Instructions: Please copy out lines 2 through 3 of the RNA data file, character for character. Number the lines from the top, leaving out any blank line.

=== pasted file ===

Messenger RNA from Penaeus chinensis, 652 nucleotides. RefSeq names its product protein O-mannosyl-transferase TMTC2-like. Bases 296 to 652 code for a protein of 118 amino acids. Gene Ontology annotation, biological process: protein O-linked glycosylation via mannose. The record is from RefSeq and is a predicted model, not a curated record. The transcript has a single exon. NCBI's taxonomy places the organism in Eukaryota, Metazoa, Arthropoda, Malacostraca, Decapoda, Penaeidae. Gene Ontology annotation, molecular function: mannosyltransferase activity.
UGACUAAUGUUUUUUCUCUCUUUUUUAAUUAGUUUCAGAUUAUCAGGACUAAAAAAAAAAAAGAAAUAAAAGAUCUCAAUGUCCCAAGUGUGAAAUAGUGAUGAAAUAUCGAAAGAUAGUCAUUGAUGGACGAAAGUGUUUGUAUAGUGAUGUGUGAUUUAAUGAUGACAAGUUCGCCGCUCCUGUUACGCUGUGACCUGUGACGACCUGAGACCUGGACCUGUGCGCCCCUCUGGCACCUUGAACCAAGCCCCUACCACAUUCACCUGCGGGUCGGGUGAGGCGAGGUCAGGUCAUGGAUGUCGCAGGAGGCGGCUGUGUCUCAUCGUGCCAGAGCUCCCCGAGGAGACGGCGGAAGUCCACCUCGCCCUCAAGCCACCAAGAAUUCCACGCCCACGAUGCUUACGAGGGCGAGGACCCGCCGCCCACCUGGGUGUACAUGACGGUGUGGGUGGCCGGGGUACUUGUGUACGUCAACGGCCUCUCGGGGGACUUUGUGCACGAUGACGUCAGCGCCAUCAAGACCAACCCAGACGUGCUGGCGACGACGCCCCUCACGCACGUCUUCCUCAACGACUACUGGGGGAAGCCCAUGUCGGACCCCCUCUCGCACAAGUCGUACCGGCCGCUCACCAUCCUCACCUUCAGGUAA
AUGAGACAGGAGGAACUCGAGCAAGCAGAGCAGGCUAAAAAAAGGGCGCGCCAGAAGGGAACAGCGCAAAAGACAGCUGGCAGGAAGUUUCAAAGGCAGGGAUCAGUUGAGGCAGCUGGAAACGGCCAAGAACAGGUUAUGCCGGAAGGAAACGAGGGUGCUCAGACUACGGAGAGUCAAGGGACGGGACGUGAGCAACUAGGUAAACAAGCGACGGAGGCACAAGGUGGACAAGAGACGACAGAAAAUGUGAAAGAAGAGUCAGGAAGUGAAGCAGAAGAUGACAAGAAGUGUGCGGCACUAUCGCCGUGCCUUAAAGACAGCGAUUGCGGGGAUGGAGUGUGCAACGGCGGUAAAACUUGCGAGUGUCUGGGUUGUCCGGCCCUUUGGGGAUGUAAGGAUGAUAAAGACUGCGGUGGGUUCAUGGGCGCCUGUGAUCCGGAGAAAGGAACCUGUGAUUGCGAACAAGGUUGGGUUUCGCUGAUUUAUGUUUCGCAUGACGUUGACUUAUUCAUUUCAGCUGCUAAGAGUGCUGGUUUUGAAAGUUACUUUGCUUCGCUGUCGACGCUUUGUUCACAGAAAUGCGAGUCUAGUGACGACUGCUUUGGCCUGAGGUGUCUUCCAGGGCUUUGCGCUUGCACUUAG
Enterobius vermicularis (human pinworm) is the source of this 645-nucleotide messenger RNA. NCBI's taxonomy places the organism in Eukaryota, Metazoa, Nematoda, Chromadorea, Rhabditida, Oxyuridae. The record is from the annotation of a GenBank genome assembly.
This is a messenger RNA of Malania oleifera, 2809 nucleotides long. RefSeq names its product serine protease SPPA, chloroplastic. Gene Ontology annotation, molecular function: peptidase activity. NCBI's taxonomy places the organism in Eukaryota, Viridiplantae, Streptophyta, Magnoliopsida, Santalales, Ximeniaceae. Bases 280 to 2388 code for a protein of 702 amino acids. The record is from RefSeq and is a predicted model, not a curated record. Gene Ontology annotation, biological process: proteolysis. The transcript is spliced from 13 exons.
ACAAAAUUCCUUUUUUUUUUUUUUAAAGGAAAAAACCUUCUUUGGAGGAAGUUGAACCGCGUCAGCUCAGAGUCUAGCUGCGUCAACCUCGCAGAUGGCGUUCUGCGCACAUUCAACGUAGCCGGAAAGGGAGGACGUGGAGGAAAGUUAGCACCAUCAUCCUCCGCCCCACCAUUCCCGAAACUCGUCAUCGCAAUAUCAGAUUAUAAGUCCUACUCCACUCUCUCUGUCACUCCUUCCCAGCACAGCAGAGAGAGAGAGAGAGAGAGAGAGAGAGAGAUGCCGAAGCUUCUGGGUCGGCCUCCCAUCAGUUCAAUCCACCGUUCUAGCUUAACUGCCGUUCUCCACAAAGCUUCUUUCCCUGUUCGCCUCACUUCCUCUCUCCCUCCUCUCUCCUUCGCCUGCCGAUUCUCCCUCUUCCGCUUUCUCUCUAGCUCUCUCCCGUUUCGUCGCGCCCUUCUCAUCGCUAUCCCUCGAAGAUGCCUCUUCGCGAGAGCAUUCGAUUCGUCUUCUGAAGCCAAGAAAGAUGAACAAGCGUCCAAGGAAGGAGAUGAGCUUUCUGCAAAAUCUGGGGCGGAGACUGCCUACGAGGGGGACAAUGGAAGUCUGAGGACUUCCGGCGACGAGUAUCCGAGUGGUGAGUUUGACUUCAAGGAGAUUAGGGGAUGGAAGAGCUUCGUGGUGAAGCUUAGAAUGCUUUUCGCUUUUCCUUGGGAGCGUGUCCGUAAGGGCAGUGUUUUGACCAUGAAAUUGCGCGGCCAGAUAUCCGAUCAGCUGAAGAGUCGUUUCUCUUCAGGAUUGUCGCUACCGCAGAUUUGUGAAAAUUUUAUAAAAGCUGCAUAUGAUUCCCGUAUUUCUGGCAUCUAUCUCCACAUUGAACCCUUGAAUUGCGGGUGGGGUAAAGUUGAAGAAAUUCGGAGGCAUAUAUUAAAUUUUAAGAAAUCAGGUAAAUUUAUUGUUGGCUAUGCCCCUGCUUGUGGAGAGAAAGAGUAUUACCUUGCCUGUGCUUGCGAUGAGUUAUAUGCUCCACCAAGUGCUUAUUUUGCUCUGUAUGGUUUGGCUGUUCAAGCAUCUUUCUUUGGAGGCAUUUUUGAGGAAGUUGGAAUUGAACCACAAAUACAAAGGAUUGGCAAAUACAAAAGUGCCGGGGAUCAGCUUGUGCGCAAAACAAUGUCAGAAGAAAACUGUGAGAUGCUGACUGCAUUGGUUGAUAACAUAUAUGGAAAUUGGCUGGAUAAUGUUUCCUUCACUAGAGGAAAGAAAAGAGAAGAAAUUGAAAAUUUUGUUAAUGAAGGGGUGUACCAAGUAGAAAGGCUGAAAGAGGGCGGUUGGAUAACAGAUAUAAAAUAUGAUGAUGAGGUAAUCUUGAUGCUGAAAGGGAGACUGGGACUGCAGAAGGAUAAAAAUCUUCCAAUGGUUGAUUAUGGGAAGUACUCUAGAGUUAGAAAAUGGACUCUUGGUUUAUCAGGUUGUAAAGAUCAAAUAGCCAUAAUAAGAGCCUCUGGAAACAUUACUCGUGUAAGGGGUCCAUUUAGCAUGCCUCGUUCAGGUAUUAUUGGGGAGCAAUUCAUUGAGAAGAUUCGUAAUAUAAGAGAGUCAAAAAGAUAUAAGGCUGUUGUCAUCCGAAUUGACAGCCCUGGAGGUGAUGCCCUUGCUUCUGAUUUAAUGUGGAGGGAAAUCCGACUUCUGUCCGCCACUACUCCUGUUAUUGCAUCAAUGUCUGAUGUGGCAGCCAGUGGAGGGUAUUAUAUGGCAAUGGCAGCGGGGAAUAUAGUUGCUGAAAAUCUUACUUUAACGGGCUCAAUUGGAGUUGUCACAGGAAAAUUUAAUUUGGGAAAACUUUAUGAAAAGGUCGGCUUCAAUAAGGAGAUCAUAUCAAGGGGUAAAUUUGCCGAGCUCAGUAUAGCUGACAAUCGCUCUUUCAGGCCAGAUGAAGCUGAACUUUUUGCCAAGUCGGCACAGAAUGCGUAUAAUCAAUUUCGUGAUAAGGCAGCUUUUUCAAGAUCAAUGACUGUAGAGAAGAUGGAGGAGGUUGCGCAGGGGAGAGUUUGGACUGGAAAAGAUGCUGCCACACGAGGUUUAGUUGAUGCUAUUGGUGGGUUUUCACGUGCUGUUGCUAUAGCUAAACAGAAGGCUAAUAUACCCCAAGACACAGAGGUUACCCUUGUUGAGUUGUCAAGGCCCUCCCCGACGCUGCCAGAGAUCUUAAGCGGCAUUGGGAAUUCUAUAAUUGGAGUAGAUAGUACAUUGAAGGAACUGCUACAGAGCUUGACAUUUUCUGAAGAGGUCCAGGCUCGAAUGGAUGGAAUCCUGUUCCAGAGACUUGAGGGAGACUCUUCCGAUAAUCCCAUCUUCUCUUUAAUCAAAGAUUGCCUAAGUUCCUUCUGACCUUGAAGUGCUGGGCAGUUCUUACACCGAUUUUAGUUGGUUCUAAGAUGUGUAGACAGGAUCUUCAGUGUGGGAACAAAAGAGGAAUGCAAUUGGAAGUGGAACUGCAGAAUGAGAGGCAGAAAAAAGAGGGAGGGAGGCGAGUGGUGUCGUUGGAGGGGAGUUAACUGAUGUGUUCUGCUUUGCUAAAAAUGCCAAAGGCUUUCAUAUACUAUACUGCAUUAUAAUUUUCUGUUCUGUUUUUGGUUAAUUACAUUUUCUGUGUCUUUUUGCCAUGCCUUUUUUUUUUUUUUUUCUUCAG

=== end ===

UGACUAAUGUUUUUUCUCUCUUUUUUAAUUAGUUUCAGAUUAUCAGGACUAAAAAAAAAAAAGAAAUAAAAGAUCUCAAUGUCCCAAGUGUGAAAUAGUGAUGAAAUAUCGAAAGAUAGUCAUUGAUGGACGAAAGUGUUUGUAUAGUGAUGUGUGAUUUAAUGAUGACAAGUUCGCCGCUCCUGUUACGCUGUGACCUGUGACGACCUGAGACCUGGACCUGUGCGCCCCUCUGGCACCUUGAACCAAGCCCCUACCACAUUCACCUGCGGGUCGGGUGAGGCGAGGUCAGGUCAUGGAUGUCGCAGGAGGCGGCUGUGUCUCAUCGUGCCAGAGCUCCCCGAGGAGACGGCGGAAGUCCACCUCGCCCUCAAGCCACCAAGAAUUCCACGCCCACGAUGCUUACGAGGGCGAGGACCCGCCGCCCACCUGGGUGUACAUGACGGUGUGGGUGGCCGGGGUACUUGUGUACGUCAACGGCCUCUCGGGGGACUUUGUGCACGAUGACGUCAGCGCCAUCAAGACCAACCCAGACGUGCUGGCGACGACGCCCCUCACGCACGUCUUCCUCAACGACUACUGGGGGAAGCCCAUGUCGGACCCCCUCUCGCACAAGUCGUACCGGCCGCUCACCAUCCUCACCUUCAGGUAA
AUGAGACAGGAGGAACUCGAGCAAGCAGAGCAGGCUAAAAAAAGGGCGCGCCAGAAGGGAACAGCGCAAAAGACAGCUGGCAGGAAGUUUCAAAGGCAGGGAUCAGUUGAGGCAGCUGGAAACGGCCAAGAACAGGUUAUGCCGGAAGGAAACGAGGGUGCUCAGACUACGGAGAGUCAAGGGACGGGACGUGAGCAACUAGGUAAACAAGCGACGGAGGCACAAGGUGGACAAGAGACGACAGAAAAUGUGAAAGAAGAGUCAGGAAGUGAAGCAGAAGAUGACAAGAAGUGUGCGGCACUAUCGCCGUGCCUUAAAGACAGCGAUUGCGGGGAUGGAGUGUGCAACGGCGGUAAAACUUGCGAGUGUCUGGGUUGUCCGGCCCUUUGGGGAUGUAAGGAUGAUAAAGACUGCGGUGGGUUCAUGGGCGCCUGUGAUCCGGAGAAAGGAACCUGUGAUUGCGAACAAGGUUGGGUUUCGCUGAUUUAUGUUUCGCAUGACGUUGACUUAUUCAUUUCAGCUGCUAAGAGUGCUGGUUUUGAAAGUUACUUUGCUUCGCUGUCGACGCUUUGUUCACAGAAAUGCGAGUCUAGUGACGACUGCUUUGGCCUGAGGUGUCUUCCAGGGCUUUGCGCUUGCACUUAG